### Number of Sig Fig

Posted:

**Thu Oct 04, 2018 9:27 pm**Will there ever be a case where your answer contains less sig figs than there should be? And if so do you add a decimal point and trailing zeros? Or will this never happen?

Created by Dr. Laurence Lavelle

https://lavelle.chem.ucla.edu/forum/

https://lavelle.chem.ucla.edu/forum/viewtopic.php?f=9&t=33086

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Posted: **Thu Oct 04, 2018 9:27 pm**

Will there ever be a case where your answer contains less sig figs than there should be? And if so do you add a decimal point and trailing zeros? Or will this never happen?

Posted: **Thu Oct 04, 2018 9:34 pm**

The least number of sig figs in any number of the problem determines the number of significant figures in the answer. Trailing zeroes behind a decimal point will count as sig figs. For example, 6.48 / 2.16 = 3.00

Posted: **Thu Oct 04, 2018 11:11 pm**

The rule for trailings zeroes for sig figs can be a little misleading, but the best indicator is always the presence or absence of a decimal point. Lack of a decimal point can lead to uncertainty, but any time there is a decimal point, count the trailing zeroes regardless of whether they are before or after the decimal point.

Posted: **Thu Oct 04, 2018 11:19 pm**

When it comes to significant figures you always go by the least precise number. For example, 2.3 x 2.22 = 5.106. However, due to the least precise number being 2.3 you only have two significant figures. So, the answer would be 5.1. I have always been taught that the safest way to approach sig figs is by doing all of the calculations, keeping all of the numbers exact, and then once you have your final answer then you can apply significant figures.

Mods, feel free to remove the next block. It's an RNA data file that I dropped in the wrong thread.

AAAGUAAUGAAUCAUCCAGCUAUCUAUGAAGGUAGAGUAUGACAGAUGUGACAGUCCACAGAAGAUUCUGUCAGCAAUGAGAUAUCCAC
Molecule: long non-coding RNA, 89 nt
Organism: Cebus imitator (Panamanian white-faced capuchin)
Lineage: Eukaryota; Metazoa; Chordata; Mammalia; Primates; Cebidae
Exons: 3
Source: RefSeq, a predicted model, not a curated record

Posted: **Thu Oct 04, 2018 11:33 pm**

So is it generally safe to not worry about sig figs in your calculations until you reach your final answer? When showing our work on tests do you think it'll be ok to use exact numbers until the end of the problem?

Posted: **Fri Oct 05, 2018 11:32 am**

Yes that is exactly what you should do so you don't get rounding errors!

Posted: **Fri Oct 05, 2018 11:59 am**

When calculating throughout the problem, only round to the proper amount of sigfigs at the very end of the problem, otherwise your answer will be significantly off than what it should be.

Posted: **Fri Oct 05, 2018 3:12 pm**

If there are multiple parts to one question, like part (a) and part (b), and when we want to calculate the answer for part (b), we need to use the answer from part (a), do we use the rounded off answer or the more accurate raw answer? Or are they both okay?

Posted: **Fri Oct 05, 2018 3:50 pm**

Given that you will be answering part a with a rounded answer for sig figs, I think it's fine to use that rounded answer in part b because your final answer for part b will ultimately be rounded for sig figs as well.